Ringel, Felix (2018) 'On expectations in the aftermath of the ‘refugee crisis’ : ethnographic prospects from a post-industrial German city.', Anthropology today., 34 (3). pp. 26-28.
At the height of the ‘refugee crisis’ in Europe, right‐wing critics challenged refugees’ rights to asylum. One of the ways they did this was by predicting chaotic, doom‐laden futures. In reality, nobody – neither the communities hosting the refugees, nor the refugees themselves – knew what the post‐crisis future would bring. Anthropologists are in a position to consider that future ethnographically. This article discusses the emerging future expectations of one Afghan family in the German post‐industrial city of Bremerhaven. It attends to the local production of representations of the future during the aftermath of the crisis. The author uses this material to literally look ahead with ethnography and to thereby intervene in the broader context of the politics of expectations. He argues that the earlier we anthropologists can provide detailed accounts of how the future is starting to take shape in our fieldsites, the more efficiently we can stop further fearmongering and the deprivation of human rights. These ‘ethnographic prospects’ may allow us to ask different questions and offer different imaginations of the future.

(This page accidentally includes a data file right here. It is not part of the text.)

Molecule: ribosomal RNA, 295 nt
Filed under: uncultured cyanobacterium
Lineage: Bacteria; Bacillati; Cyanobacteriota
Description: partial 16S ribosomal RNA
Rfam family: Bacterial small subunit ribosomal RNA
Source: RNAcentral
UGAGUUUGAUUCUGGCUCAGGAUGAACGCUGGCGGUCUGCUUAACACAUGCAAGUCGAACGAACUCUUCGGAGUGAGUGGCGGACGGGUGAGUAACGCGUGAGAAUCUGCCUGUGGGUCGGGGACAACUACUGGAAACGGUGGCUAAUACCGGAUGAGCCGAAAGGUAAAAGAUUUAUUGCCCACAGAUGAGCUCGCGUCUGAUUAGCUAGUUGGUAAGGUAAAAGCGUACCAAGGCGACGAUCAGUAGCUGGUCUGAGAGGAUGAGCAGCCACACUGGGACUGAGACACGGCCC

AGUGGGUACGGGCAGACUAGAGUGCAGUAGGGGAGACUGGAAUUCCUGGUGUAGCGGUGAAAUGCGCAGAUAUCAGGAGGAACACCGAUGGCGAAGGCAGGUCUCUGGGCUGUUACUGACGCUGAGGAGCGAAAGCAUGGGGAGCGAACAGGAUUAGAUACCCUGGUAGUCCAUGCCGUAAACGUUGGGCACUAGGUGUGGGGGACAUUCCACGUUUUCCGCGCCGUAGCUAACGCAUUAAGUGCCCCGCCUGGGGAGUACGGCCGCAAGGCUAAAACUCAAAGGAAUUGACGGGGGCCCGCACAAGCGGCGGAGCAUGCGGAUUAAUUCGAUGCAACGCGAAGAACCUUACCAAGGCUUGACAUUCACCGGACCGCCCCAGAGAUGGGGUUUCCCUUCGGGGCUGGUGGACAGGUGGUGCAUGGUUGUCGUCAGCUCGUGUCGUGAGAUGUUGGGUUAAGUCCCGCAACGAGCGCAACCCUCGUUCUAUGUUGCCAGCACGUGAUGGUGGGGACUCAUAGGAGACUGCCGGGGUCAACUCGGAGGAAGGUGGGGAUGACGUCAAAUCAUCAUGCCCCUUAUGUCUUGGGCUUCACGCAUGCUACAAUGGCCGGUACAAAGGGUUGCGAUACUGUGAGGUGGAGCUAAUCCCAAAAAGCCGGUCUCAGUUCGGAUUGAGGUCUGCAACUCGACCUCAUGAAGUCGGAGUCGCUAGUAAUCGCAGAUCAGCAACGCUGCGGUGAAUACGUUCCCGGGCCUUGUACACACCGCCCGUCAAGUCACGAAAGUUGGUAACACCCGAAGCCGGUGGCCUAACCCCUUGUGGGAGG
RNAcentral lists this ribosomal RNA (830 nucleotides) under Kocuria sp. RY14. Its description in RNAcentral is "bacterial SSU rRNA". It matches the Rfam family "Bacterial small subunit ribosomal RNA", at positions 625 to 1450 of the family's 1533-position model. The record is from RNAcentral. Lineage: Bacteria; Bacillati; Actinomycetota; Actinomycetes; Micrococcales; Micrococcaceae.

|Full text:||(AM) Accepted Manuscript|
Download PDF (432Kb)
|Publisher Web site:||https://doi.org/10.1111/1467-8322.12437|
|Publisher statement:||This is the accepted version of the following article: Ringel, Felix (2018). On expectations in the aftermath of the ‘refugee crisis’ Ethnographic prospects from a post-industrial German city. Anthropology Today 34(3): 26-28, which has been published in final form at https://doi.org/10.1111/1467-8322.12437. This article may be used for non-commercial purposes in accordance With Wiley Terms and Conditions for self-archiving.|
|Date accepted:||14 March 2018|
|Date deposited:||02 July 2018|
|Date of first online publication:||01 June 2018|
|Date first made open access:||01 June 2019|
Save or Share this output
|Look up in GoogleScholar|